THE FOREIGN SERVICE JOURNAL
Foreign Service Journal
focus was “Life After the Foreign
Service.” We began preparing that
issue in January, with a broadcast
message to retired and former mem-
bers of the Foreign Service requesting
input on the “afterlife.” We asked
AFSA members to reflect on what they wished they had
known earlier about retirement, and what advice they
would give their younger selves on planning for it. We
also asked what they wish they had known before joining
the Foreign Service. And we invited them to tell us about
their interesting post-FS lives, including advice for others
who may want to take a similar path.
The response was quick and abundant. We received
nearly 50 thoughtful essays—far too many for one issue.
We published 22 in May, and present the remaining 25
in this edition. Like the first batch, this collection is full
of interesting stories. Retirees and prospective retirees
alike will appreciate the great variety of paths taken by
their colleagues, as well as the hard-won insights and
useful advice offered here.
Life After the
What We’re Doing Now
Teaching English as
a Second Language
BY JAMES WACHOB
hen I retired from the Foreign Service at age 60, I strongly
wanted to “give back” some of the fruits of my exciting
and challenging Foreign Service assignments. I was particularly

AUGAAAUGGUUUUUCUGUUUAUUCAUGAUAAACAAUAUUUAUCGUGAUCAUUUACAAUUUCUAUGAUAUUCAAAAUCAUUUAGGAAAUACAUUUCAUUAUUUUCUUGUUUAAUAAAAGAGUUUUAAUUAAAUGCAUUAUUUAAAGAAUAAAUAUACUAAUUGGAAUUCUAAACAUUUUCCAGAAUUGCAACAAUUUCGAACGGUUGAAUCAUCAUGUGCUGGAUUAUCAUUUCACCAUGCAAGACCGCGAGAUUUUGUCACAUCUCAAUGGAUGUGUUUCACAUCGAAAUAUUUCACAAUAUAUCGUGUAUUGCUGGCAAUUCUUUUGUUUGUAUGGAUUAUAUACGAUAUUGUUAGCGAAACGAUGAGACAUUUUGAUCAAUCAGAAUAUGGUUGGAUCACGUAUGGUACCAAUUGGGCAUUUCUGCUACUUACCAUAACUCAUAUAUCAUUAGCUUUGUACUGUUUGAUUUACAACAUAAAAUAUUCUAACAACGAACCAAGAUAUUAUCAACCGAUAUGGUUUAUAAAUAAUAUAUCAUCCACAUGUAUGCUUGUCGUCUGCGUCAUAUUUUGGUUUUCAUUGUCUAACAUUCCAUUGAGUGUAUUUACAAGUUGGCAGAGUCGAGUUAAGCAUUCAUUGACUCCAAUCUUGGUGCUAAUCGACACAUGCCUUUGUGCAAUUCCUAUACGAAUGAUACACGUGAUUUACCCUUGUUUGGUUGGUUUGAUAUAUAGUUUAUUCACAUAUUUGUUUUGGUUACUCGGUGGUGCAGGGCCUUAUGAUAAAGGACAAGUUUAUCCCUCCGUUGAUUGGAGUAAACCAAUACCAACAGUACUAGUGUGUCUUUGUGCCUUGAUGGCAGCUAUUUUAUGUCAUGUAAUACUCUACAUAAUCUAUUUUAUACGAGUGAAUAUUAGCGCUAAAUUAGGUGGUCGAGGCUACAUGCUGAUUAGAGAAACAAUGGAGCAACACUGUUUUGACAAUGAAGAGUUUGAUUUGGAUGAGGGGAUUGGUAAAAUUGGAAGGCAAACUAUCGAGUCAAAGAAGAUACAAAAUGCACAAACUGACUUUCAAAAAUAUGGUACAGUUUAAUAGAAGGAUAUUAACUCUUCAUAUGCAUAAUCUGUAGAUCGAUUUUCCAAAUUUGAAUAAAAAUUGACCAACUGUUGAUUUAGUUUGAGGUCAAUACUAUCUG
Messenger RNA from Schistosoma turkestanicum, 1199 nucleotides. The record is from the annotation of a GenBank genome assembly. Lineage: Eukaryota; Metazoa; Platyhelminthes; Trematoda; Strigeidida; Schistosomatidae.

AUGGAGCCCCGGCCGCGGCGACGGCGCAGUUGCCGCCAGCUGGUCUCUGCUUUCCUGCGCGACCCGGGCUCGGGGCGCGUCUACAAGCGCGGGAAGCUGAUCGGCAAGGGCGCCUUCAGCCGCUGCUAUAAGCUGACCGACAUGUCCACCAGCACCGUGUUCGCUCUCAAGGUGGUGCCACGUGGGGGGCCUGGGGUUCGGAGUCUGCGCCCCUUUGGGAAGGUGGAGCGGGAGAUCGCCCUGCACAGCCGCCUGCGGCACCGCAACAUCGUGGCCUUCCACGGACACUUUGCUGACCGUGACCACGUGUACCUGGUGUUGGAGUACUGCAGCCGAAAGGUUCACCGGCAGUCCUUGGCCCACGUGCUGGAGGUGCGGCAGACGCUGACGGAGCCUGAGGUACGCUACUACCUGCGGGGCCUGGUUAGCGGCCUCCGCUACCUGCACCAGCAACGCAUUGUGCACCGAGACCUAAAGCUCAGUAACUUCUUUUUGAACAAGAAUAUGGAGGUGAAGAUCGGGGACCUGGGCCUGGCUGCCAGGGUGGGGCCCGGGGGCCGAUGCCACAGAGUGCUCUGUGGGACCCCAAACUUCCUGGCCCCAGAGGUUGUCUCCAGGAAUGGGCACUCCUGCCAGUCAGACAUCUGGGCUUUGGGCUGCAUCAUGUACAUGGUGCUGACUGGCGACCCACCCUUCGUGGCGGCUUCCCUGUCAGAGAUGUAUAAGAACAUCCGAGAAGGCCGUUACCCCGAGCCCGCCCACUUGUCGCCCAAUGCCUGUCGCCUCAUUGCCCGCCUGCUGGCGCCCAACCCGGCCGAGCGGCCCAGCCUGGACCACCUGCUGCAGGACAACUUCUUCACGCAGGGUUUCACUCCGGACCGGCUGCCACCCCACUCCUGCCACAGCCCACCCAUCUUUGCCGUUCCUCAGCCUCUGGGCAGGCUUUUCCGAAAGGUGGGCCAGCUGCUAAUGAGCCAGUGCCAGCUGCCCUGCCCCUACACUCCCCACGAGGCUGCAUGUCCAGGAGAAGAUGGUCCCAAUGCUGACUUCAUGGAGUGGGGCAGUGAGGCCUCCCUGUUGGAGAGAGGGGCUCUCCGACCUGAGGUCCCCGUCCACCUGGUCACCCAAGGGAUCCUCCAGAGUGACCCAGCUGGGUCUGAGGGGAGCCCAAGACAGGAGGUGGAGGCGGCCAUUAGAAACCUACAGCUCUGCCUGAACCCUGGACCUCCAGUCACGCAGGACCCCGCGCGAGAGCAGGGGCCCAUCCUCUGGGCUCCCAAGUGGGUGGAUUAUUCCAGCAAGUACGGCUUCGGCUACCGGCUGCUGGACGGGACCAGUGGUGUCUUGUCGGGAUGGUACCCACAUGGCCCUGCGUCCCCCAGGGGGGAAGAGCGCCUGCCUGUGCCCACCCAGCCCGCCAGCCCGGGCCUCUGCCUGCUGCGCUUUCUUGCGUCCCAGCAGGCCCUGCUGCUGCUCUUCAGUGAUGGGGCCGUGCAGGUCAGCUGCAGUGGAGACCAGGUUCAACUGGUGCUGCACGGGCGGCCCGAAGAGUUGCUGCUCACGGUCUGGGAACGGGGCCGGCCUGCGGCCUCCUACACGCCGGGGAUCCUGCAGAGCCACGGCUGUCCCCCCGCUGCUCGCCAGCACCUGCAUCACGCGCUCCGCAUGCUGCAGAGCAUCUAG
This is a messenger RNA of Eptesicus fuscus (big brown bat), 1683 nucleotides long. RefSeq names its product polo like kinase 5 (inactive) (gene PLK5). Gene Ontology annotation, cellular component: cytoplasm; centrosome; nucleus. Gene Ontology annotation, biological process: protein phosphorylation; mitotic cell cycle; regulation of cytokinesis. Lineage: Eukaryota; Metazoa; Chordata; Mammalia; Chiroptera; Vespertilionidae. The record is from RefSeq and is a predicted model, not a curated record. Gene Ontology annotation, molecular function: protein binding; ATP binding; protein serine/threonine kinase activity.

interested in applying the skills in writing and in cross-cultural
communication that I had honed in the course of a 37-year
career that included seven overseas postings.
A Foreign Service spouse had once told me of the satisfaction
she derived from organizing groups to learn English in countries
where it isn’t widely spoken. Her enthusiasm for English as a
Second Language instruction motivated me to consider employ-
ment as an ESL instructor in the Washington, D.C., area, where
my wife and I intended to remain in retirement.
A novice on ESL matters, I sent employment application
letters with my résumé to four ESL schools advertising in the
Yellow Pages. One of them was so enthusiastic about my quali-
fications that its management tracked me down in Los Angeles,
where I was administering Foreign Service oral examinations
during my final State Department assignment. They promised to
hire me without an interview if I agreed to report to their Rosslyn
branch on the first day of my retirement from State, a condition
to which I readily agreed.